On February 15, 2012, the French Supreme Court hammered the last nail in the coffin of a fraud perpetrated for almost 12 years by the Palestinian propaganda machine.
The court totally vindicated an Israeli surgeon, Dr. Yehuda David, accused by one the principal actors of the fabrication, Jamal al-Durrah, of breaching the patient-doctor confidentiality, when he disclosed that al-Durrah lied when he presented five year-old wounds as proof that he has shot in 2000 by Israeli soldiers.
Many will surely remember the big hoopla in September 2000, when the world media was buzzing with the story of a young Palestinian boy, Mohammed al-Durrah, allegedly killed by the Israelis in Gaza, while hiding behind a steel barrel during a confrontation with the Hamas forces.
The only "witness" to the incident was a Palestinian cameraman employed by the France 2 television station, who took pictures of the father and son. They were next to a concrete wall pocked with deep holes from bullets fired from heavy machine guns, which allegedly killed the boy and severely wounded the father.
From day one, there was a different reaction from both sides. The Palestinians reacted with fury and, for many months afterwards, there were marches all around the Arab world, with stamps issued showing the young martyr, poems written about him, and streets renamed on his memory.
The Israelis appointed a number of commissions, concluding that because of their soldiers' positions, across from the two in an angle, it would have been impossible, ballistically, for them to aim at the al-Durrah father and son—and there was no proof that the child was even dead, or that the father was wounded by the Israelis.
Over the next few years, while the Pallywood propaganda was in full gear, a number of investigations and reports by media outlets around the world, including one from the official German television network (the equivalent of our CBC) came to the same conclusion.
There was one exception, the French France 2 station, which had spread the story around in the first place, through its Jerusalem correspondent, Charles Enderlin. Even worse, when the station was asked to provide the raw footage of the incident, running for about one hour, it steadfastly refused, releasing less than one minute of the recordings.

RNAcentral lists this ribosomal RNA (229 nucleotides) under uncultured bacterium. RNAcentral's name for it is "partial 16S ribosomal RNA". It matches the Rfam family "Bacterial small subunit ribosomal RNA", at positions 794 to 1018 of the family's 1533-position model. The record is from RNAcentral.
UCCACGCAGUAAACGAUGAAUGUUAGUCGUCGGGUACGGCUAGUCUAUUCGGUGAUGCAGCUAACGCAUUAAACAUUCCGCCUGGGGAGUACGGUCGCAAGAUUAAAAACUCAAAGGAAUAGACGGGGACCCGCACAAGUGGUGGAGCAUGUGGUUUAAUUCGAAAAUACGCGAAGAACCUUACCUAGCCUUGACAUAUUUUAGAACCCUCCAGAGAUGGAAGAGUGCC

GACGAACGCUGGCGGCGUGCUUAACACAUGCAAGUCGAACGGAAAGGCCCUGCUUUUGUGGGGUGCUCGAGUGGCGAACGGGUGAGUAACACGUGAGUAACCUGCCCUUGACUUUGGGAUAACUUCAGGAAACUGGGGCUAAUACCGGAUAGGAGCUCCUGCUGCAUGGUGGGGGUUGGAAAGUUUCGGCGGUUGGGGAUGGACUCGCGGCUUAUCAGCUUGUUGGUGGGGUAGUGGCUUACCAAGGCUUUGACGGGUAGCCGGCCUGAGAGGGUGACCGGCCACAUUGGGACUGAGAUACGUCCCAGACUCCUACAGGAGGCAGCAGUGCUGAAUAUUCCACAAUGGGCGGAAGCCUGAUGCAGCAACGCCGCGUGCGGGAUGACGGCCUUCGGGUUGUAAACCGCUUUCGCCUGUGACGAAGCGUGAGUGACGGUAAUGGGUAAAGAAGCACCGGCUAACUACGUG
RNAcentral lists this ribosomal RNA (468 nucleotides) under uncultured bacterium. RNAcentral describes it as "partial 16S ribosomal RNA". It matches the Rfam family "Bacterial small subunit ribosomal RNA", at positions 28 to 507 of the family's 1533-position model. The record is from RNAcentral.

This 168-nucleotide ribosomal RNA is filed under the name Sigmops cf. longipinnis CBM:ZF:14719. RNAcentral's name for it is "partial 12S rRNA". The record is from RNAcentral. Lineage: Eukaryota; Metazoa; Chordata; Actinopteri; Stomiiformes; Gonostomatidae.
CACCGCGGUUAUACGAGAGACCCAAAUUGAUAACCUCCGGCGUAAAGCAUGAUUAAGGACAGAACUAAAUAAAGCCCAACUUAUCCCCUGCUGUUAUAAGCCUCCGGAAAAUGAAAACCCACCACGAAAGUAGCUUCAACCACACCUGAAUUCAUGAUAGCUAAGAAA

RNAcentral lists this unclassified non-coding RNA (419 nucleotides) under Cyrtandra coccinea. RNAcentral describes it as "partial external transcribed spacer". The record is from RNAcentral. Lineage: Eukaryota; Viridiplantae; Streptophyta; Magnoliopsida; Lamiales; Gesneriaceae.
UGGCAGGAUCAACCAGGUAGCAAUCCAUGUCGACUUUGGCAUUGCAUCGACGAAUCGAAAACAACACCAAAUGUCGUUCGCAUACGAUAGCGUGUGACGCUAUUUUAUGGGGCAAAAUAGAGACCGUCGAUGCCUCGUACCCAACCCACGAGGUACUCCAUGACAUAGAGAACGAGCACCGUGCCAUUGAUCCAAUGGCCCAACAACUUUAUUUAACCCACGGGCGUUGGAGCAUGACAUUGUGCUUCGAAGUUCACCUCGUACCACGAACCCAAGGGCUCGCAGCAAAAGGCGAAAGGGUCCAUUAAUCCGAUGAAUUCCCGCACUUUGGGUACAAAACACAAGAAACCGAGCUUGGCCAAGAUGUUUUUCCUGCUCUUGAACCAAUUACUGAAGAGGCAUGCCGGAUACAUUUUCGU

At the time, I wrote myself a few columns in which I raised a number of additional questions, especially about the fact that while the bullet holes seen in the massive concrete wall behind the al-Durrahs were about one-inch wide and very deep. This meant that they were from high calibre and powerful bullets, which would have shredded to pieces any part of a human body they would have penetrated.
The shirts that the two wore after they were allegedly already dead or wounded by dozens of projectiles were immaculately clean. Moreover, after 20 minutes of allegedly serious injuries, there was not even one drop of blood on the pavement where the two were prostrated.
I also wondered about the cicatrices shown by Jamal, the father, a few weeks after the incident, which appeared to be old and healed for a long time.
The fight in France was taken on by a French media observer, Philippe Karsenty, who directly accused France 2 of showing a fabricated story and alleged that the whole incident was nothing but a staged falsehood.
Rather than proving its point with facts, France 2 choose the legal avenue and took Karsenty to court, accusing him of libellous statements.
In the first instance, France 2 won, even while refusing to show the original tape, but Karsenty went to the French Court of Appeals, where he was victorious hands down. A renowned French ballistics expert demolished the whole theory of the incident after France 2 was forced to present the raw footage, where it was clear that there was not even one image of the two being shot or wounded.
The tape also showing the young "victim" raising his head with the eyes wide open and looking around—a few minutes after the cameraman and France 2 in its original reporting had declared him dead.
But the story continued with a strange twist, which was finally put to rest on February 15 by the Supreme Court of France. During the Israeli investigation, a surgeon from a Tel Aviv hospital, Dr. David, stated that the injuries and cicatrices shown by Jamal were not new, because five years earlier, he had operated on him after Jamal was viciously tortured by Hamas enforcers on trumped charges.
Because of the severity of Jamal's injuries, he had been transferred to the Israeli hospital, where Dr. David saved his life. After Jamal disputed Dr. David's report, the Israeli doctor released from his file pictures of Jamal with his old healed wounds, which were a perfect match for the alleged new injuries. Which put the Jamal claim to rest.
And here comes the twist. Afterward, Jamal did not pretend anymore that these were new wounds. But, supported by some unknown benefactors with deep pockets, while still residing in Gaza he sued Dr. David in a French court for "breaching the patient/doctor confidentiality".
In the first instance he won, but the Supreme Court later totally reversed the judgement, most probably because, by going public with his injuries, Jamal was the first one to breach the rules of confidentiality.
Will this be the end of the al-Durrah saga, which appears to have gone full circle, with all of the false allegations being finally demolished by the courts? I would not hold my breath!
Jack Chivo is a retired journalist who lives in West Vancouver.